A 90-minute communication skills course improved conversations about implantable cardioverter-defibrillator (ICD) deactivation and goals of care between clinicians and their patients, according to the recently published results of the WISDOM study.
Nathan E. Goldstein, MD, of the Icahn School of Medicine at Mount Sinai and James J. Peters Veterans Affairs Medical Center in the Bronx, New York, and colleagues set out to determine whether a clinician-centered teaching intervention and automatic reminders could improve ICD deactivations and end-of-life discussions among patients with heart failure. Writing in the Journal of the American College of Cardiology, the authors said HF patients often benefit from ICDs, but they also typically die of heart failure or other diseases.
ICD shocks toward the end of a person’s life can be traumatic, Goldstein and co-authors wrote, for both patients and their loved ones. Research has shown that more than a quarter of ICD recipients might receive repetitive shocks in the last days and hours of their lives, which can be physically and emotionally painful.
“To prevent shocks at the end of life, clinicians should discuss deactivating the defibrillation function,” the authors said.
The WISDOM (Working to Improve Discussions about Defibrillator Management) trial comprised 525 subjects—301 intervention participants and 224 controls— with advanced HF and an ICD who were treated at one of six centers. At baseline, the majority of patients (52%) were not candidates for advanced therapies like cardiac transplant or mechanical circulatory support.
The actual intervention involved an interactive 90-minute communication skills training session on advance care planning for physicians, with an emphasis on ICD deactivation and goals of care. Clinicians in the intervention group also received automated electronic reminders about what they learned and earned $100 for their participation in the project.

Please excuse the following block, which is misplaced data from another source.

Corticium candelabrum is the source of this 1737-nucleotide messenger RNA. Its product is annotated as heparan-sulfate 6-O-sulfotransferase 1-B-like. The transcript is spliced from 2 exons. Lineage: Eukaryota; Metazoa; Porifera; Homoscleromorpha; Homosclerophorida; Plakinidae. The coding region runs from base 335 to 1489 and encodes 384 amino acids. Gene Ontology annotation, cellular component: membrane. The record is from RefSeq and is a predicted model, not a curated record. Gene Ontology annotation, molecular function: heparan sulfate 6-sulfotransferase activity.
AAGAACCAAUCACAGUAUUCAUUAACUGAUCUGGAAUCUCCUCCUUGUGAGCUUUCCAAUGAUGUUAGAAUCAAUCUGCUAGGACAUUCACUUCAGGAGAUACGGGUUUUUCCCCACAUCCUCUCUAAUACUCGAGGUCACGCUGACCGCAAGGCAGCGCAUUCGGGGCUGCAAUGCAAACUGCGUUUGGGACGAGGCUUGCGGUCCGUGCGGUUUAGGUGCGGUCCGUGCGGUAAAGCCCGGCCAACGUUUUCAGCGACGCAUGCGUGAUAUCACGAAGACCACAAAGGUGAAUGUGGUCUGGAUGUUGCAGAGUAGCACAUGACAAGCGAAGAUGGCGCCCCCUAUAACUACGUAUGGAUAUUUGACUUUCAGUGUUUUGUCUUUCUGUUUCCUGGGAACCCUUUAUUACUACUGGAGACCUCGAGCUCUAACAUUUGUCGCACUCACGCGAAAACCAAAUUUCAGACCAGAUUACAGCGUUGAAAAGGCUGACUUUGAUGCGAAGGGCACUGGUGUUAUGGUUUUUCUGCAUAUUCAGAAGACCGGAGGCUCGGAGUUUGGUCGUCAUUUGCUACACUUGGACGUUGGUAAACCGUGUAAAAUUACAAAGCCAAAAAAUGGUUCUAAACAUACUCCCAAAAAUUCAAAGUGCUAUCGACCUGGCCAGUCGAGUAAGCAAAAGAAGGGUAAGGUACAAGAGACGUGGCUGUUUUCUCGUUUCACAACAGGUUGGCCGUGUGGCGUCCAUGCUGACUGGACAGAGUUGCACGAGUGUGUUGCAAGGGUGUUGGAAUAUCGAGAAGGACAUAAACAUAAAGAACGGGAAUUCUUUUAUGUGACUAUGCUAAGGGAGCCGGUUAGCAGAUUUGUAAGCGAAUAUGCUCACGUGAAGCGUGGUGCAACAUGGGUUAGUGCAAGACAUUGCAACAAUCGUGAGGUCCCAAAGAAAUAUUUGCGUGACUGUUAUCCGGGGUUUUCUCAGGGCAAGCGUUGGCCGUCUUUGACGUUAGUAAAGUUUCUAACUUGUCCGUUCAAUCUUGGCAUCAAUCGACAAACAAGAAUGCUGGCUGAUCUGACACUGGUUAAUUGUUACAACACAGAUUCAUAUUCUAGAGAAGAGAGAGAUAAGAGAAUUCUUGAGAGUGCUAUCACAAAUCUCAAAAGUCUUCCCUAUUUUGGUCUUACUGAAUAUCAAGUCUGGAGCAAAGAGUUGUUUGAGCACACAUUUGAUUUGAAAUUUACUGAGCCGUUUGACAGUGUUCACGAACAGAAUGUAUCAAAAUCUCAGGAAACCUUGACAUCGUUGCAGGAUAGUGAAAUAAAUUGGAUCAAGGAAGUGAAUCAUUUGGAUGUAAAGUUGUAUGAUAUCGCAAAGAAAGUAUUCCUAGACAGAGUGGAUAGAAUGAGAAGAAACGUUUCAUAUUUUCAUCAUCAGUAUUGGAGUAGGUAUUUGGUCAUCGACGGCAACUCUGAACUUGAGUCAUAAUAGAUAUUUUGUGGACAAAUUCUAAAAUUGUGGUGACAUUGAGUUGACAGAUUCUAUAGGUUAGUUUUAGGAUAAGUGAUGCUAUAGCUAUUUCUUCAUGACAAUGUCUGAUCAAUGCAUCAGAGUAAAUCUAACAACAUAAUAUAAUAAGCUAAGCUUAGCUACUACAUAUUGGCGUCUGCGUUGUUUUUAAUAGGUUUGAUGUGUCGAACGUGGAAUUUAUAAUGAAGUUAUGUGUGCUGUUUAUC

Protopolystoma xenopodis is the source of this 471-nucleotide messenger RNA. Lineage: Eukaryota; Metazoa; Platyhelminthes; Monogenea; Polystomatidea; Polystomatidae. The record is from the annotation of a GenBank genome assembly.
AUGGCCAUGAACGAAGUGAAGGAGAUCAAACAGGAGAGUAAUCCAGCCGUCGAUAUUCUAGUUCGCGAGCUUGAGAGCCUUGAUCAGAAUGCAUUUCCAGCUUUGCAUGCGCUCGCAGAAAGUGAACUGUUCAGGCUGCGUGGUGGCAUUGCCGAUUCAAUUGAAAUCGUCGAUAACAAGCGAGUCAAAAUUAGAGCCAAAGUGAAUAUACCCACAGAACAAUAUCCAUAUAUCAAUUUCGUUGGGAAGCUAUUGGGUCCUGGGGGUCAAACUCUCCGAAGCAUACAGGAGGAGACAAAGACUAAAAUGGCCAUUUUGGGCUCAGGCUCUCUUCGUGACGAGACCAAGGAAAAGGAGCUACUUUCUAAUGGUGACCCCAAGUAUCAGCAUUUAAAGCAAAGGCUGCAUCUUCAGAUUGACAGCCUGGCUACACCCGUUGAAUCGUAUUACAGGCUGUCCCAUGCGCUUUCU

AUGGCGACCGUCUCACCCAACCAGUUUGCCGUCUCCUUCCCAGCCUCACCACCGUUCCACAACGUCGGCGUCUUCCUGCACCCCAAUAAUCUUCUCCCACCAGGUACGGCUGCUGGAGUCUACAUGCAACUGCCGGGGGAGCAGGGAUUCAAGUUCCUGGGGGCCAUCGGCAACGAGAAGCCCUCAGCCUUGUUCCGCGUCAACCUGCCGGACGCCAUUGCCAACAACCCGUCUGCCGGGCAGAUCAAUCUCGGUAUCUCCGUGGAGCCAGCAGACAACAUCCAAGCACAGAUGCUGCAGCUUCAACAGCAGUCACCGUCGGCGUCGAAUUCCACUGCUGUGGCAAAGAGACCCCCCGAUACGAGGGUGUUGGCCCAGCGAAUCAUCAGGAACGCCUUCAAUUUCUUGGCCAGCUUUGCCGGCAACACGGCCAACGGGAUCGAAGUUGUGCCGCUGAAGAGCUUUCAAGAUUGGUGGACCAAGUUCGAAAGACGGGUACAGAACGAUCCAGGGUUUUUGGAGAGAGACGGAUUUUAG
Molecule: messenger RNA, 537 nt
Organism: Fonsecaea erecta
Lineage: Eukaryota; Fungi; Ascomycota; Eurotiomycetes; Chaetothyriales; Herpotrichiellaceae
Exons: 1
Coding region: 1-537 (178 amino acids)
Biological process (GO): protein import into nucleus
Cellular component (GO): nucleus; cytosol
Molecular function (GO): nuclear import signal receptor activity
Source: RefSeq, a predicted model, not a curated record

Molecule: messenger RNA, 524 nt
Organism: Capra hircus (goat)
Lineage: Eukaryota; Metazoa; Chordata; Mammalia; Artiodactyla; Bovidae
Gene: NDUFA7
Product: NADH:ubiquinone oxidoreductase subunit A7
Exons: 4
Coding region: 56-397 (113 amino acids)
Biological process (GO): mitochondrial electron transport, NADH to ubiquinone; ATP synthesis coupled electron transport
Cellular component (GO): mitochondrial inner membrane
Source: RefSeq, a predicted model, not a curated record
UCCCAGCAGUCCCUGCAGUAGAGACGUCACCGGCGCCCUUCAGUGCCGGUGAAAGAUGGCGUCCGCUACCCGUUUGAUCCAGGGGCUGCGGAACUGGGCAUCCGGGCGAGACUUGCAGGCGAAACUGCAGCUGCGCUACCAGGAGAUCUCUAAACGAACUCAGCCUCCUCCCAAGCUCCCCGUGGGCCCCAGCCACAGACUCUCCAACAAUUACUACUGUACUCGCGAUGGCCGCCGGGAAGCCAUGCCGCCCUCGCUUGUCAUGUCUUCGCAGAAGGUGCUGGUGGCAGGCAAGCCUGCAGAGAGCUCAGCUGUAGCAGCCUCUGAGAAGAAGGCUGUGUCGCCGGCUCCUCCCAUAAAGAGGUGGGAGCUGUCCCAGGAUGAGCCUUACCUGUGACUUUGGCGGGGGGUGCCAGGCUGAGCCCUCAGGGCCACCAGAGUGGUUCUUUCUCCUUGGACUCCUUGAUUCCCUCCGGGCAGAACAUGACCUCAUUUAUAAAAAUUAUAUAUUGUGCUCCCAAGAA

Goldstein et al. ultimately found that 14% of patients in the intervention group and 12% of patients in the control group had a discussion with their doctor about deactivating their ICD. There were 33 deactivations in the intervention group (11% of patients) and 26 in the control group (12% of patients), but adjusted models didn’t reveal any significant differences between the cohorts.
Still, in prespecified subgroup analyses of patients who weren’t candidates for advanced therapies, the ICD intervention increased discussions of deactivation (25% of patients in the intervention group vs. 11% of patients in the control group). There was an increase in goals of care conversations among all participants—47% in the intervention group vs. 38% in the control group.
“The intervention led to a doubling of conversations about ICD deactivation in patients who were not candidates for advanced cardiac therapies who were cared for by clinicians who underwent the communication training,” Goldstein and co-authors wrote. “Patients cared for by clinicians who underwent the intervention also had increased goals of care conversations.”
The finding that the intervention changed conversations in patients without an indication for advanced therapy suggests cardiologists tailored their communication training to individual patients’ clinical status and needs, the authors said. On the other hand, the lack of an impact on ICD deactivation could be explained by the fact that just half of patients had functional impairment at baseline, and some patients prefer to deactivate their ICDs when they’re closer to death.
“Given the increased focus on improving advance care planning conversations in patients with HF and the workforce shortage of clinicians who specialize in palliative care, our intervention has substantial potential to improve the communication skills of frontline clinicians caring for patients with advanced HF,” Goldstein et al. said.